Chile: Unanswered Questions, Missing Reconciliation

picture: fpealvarez, Flickr

September 11th is a day full of history. Not only in the United States, but also in a country in South America: Chile. On the 11th of September 1973, a violent military coup, supported by the US government, brought down the democratically elected Marxist regime led by president Salvador Allende. Augusto Pinochet assumed power and became president of a military dictatorship. A period of horror and fear started for the Chilean people. During the dictatorship from 1973 until 1990, approximately 40,000 people became victims of the dictatorship, more than 3000 people died, another 3000 disappeared and thousands of people were imprisoned, tortured or had to leave the country. In 1990 there was a referendum in which the Chilean people voted against another eight-year term with Pinochet as president. Chile held free elections and returned to democracy.

Today, about 40 years after the military coup, Chilean society is still divided. Politicians from Pinochet’s ultra-right conservative Unión Demócrata Independiente (UDI, independent democratic union) justify the military dictatorship by referring to the chaos of the years in which Salvador Allende was president. His Marxist regime was characterized by inflation, strikes, protests and rationing of food. Moreover, Pinochet-supporters claim that his government made Chile’s economy the strongest in the region. In the recent elections in November 2013, right-wing candidate Evelyn Matthei was actively involved in the 1990 referendum, by campaigning for a ‘yes’-vote, which would have led to another term with Pinochet as president. Opponents in the presidential election campaign demand apologies from her, she refuses: “I was 20 years old when the coup happened. I don’t have to ask forgiveness.”

Pinochet-opponents, on the other hand demand justice and the disclosure of information. Nobody wants to take responsibility, but until those actively involved in the terror and the human rights violations which occurred during the dictatorship are brought to justice, reconciliation for those affected by the regime will be difficult. For example, today only 67 members of the military and police during the Pinochet regime remain in prison. The leader of the violent government Pinochet himself, was never convicted and died in 2006 due to sickness.

It is interesting to note that the constitution and the economic model in place today were both introduced during the Pinochet regime. Until 2011, Nobody had resisted the economic and social model which has been followed since the dictatorship. In 2011, Chilean university students started fighting against high tuition fees and the profit motive of the educational sector. The new government under Michelle Bachelet, elected in 2013 promised to improve the education sector. This makes the students the first integrated group, since the end of the dictatorship in 1990, to speak their mind and go on the streets to fight for their rights. This new generation is not afraid anymore. An explanation for this could be that most students were born right before or after the end of the dictatorship. They did not experience the oppression and fear of the Pinochet regime, as their parents and grandparents did and probably cannot relate to it, in the same way.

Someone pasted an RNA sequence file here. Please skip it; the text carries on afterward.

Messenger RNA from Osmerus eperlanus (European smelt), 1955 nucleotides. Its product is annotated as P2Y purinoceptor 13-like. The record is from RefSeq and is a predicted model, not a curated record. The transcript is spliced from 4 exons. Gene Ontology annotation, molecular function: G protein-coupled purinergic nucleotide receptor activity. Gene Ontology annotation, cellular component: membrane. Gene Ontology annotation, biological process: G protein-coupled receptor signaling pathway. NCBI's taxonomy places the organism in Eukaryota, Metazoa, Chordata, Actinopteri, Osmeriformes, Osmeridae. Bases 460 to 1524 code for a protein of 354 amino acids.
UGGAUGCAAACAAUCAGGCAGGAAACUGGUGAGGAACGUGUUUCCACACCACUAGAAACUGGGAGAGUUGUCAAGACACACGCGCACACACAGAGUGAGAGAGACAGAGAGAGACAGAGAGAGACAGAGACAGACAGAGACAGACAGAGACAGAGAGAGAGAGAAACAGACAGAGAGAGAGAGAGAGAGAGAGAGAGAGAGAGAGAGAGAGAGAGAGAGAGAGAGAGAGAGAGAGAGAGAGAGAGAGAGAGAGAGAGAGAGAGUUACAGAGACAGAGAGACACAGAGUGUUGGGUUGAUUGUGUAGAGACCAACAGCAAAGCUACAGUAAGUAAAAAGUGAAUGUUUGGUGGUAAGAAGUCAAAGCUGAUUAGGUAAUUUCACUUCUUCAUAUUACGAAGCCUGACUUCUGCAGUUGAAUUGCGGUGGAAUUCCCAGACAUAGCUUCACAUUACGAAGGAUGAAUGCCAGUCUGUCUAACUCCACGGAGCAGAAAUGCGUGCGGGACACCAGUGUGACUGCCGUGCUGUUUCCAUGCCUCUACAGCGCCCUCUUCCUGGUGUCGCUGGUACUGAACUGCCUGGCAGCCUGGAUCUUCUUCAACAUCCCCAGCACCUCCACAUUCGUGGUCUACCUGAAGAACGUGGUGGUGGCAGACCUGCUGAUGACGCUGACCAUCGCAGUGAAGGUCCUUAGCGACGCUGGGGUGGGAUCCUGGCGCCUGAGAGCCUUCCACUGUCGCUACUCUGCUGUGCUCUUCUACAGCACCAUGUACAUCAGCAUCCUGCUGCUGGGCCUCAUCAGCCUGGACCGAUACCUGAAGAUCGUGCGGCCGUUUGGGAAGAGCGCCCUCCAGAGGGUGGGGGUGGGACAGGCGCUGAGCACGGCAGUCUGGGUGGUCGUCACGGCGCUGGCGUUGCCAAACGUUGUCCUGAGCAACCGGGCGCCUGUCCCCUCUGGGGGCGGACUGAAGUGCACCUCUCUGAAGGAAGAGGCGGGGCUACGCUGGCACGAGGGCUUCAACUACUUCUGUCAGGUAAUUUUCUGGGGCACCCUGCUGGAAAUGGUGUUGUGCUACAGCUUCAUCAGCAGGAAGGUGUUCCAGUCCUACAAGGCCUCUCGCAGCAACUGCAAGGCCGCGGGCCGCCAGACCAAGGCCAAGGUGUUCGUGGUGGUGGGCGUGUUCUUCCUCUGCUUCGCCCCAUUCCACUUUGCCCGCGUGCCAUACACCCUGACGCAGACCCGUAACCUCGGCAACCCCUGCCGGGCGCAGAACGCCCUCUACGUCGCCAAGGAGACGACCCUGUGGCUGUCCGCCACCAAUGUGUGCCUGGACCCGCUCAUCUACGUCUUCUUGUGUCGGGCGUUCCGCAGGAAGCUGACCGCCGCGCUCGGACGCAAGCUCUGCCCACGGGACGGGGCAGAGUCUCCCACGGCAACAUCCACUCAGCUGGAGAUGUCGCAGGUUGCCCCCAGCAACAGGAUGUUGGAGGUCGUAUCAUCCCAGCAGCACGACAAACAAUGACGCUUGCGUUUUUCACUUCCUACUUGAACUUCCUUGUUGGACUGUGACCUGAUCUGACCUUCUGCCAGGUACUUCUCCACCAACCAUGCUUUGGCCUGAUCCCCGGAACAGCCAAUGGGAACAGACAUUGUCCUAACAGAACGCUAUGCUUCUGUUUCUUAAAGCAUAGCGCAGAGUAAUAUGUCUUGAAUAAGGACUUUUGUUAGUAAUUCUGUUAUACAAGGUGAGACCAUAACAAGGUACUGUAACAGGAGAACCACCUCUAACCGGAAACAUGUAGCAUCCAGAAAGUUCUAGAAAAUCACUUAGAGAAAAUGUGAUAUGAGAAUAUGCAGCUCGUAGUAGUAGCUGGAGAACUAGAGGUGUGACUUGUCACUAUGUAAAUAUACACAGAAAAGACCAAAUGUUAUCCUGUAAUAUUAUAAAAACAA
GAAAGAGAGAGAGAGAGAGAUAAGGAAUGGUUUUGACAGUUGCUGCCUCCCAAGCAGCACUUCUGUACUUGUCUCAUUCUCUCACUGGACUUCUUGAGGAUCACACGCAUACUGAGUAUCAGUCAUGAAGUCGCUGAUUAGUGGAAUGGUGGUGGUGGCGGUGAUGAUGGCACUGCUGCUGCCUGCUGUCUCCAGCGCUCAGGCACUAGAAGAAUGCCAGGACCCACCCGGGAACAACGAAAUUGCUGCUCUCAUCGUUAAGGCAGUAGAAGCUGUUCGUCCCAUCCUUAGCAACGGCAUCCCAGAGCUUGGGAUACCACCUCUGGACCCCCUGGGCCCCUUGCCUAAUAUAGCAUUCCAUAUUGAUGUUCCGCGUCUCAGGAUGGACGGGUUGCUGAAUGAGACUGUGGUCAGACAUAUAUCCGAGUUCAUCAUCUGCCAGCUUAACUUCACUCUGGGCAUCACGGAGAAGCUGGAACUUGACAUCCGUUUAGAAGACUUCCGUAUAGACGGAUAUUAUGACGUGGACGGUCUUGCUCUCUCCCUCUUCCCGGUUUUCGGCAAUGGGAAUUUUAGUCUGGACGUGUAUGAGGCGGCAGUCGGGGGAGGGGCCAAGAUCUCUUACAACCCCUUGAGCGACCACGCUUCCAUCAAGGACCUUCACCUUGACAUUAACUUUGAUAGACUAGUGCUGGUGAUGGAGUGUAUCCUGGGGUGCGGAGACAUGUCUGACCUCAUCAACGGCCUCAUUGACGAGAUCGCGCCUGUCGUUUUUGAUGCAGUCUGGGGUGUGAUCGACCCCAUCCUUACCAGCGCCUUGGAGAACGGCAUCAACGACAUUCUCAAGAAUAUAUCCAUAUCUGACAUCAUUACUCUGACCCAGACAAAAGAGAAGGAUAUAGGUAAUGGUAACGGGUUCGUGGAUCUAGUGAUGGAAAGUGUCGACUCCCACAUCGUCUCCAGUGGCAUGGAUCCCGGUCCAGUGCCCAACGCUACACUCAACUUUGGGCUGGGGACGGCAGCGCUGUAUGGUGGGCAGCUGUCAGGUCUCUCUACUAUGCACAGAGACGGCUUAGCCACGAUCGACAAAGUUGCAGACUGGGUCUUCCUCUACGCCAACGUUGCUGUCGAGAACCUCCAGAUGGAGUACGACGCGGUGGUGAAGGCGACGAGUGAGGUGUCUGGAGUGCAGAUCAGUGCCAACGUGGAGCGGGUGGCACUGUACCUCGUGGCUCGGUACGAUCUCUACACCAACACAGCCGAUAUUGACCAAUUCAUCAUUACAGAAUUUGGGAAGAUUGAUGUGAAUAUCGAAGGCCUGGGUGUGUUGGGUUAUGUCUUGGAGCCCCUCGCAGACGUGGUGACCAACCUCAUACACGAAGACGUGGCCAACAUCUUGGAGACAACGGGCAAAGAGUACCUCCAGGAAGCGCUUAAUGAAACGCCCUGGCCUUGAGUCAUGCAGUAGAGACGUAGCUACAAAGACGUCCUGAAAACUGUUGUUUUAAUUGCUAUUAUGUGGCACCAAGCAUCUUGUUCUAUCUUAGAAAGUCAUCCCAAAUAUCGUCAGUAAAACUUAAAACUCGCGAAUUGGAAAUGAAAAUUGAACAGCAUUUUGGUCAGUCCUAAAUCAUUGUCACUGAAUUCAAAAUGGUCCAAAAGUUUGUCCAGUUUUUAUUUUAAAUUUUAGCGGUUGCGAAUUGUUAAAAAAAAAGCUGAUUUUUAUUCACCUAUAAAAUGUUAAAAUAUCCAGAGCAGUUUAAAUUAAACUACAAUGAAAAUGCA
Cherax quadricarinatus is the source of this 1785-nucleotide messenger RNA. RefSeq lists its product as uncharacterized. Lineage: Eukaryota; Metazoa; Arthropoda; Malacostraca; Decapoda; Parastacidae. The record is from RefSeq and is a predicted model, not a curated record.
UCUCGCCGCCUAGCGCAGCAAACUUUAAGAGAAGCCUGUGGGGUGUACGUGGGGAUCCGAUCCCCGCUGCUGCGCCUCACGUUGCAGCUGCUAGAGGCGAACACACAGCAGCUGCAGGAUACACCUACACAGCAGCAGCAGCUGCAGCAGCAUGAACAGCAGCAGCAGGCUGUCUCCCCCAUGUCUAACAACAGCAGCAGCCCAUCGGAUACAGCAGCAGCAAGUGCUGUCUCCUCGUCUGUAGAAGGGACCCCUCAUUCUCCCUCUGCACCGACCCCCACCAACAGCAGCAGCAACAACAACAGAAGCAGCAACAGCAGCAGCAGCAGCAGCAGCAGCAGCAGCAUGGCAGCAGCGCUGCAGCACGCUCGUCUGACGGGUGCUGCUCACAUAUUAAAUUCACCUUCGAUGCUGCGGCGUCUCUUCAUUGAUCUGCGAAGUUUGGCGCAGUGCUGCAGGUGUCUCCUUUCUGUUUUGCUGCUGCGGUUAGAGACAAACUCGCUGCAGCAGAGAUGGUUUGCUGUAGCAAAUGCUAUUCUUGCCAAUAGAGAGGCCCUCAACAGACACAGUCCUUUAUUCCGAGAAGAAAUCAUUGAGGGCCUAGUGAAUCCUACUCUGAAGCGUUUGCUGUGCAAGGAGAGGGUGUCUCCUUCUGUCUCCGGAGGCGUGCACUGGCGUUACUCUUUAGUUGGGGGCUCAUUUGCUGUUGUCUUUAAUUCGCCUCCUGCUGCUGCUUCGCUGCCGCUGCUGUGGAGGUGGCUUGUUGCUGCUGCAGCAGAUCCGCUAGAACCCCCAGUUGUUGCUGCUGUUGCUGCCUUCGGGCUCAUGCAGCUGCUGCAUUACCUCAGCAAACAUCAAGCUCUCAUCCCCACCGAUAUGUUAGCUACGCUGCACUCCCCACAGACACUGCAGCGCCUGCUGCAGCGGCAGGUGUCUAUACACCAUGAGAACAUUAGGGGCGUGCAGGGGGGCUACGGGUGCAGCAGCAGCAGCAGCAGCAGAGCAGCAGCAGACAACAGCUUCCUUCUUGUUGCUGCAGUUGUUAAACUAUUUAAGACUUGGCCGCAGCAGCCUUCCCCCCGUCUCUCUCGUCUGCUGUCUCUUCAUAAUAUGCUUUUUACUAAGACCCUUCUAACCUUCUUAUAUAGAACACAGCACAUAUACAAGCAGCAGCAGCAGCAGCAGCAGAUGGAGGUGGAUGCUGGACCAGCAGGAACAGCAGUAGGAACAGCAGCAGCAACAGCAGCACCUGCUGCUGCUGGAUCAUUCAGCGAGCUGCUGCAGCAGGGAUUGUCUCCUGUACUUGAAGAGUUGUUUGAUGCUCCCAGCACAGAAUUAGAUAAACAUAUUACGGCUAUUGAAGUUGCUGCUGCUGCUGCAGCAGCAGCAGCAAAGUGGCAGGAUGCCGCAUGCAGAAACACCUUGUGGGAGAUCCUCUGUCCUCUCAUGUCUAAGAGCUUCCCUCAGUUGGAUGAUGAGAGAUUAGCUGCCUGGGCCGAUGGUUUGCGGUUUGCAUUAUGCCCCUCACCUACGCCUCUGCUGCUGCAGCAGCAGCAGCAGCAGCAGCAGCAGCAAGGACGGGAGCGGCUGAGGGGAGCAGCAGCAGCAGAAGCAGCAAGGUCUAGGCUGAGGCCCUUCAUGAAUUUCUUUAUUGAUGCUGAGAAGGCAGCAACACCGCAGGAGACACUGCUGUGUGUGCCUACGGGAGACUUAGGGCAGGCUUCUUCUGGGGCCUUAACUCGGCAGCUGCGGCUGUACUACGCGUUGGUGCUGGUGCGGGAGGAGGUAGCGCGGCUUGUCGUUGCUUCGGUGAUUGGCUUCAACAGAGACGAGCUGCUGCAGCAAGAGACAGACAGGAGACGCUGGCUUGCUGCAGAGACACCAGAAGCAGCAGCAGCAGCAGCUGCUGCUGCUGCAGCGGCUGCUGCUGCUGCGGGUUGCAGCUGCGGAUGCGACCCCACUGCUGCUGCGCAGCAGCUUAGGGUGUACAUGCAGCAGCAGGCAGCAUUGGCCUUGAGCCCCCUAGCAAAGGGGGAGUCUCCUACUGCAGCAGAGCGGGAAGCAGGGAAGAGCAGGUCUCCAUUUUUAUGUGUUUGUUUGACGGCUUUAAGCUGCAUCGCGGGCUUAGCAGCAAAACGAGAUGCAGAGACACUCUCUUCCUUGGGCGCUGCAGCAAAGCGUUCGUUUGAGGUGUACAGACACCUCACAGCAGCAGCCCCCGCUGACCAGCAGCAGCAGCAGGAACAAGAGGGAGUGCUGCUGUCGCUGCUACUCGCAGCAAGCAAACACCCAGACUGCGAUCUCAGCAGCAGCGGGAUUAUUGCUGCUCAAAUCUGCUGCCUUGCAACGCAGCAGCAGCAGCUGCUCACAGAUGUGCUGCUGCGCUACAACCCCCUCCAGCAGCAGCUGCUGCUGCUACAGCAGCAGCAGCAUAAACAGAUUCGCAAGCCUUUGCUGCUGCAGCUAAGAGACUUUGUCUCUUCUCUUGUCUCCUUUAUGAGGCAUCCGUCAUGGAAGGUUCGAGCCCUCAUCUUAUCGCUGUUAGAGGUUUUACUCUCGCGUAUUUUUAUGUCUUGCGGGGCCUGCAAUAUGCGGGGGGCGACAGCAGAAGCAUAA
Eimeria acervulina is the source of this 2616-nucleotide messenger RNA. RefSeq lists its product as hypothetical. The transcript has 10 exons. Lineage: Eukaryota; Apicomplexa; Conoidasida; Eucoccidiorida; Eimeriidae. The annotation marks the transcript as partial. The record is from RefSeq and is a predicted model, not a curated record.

It is also interesting to see that during the 2013 presidential election campaign, a number of organizations and people took responsibility for their role in maintaining the regime. For example, the Chilean Association of Judges acknowledged complicity for about 5000 cases during the dictatorship, when judges rejected applications to release information about disappeared or killed people. Senator Hernàn Larraìn, member of the UDI, apologized publicly for ignoring cries for help during the dictatorship. According to a study conducted by the Centro de Estudios de la Realidad Contemporánea (CERC, Center for the Study of Contemporary Reality), in 2013 55% of the Chilean population described Pinochet’s government as ‘all bad’, as compared to 2010, when this number was 35%. Over the last number of years more people have started to demand justice.

Socialist candidate Michelle Bachelet won the presidential elections and took over the post from Sebastián Piñera this month. She was directly affected by the Pinochet regime. Her father died of a heart-attack in prison after months of torture, and she herself also got arrested and left the country until the end of the dictatorship. “There are facts that are not known, justice that hasn’t come, pain and wounds that haven’t healed. And there are people who do not recognize nor repent over what they did and didn’t do,” she says.

Even though the military coup was 40 years ago and more than 20 years have passed since the country returned to democracy, wounds remain raw. Too many questions are still unanswered. What might be history from a European perspective, still affects peoples’ lives today. But hope is not lost: students have kept fighting for their rights and, finally, Pinochet-supporters are starting to see reason and take responsibility. However, as long as some questions remain unanswered, reconciliation for victims of the dictatorship continues to be difficult.


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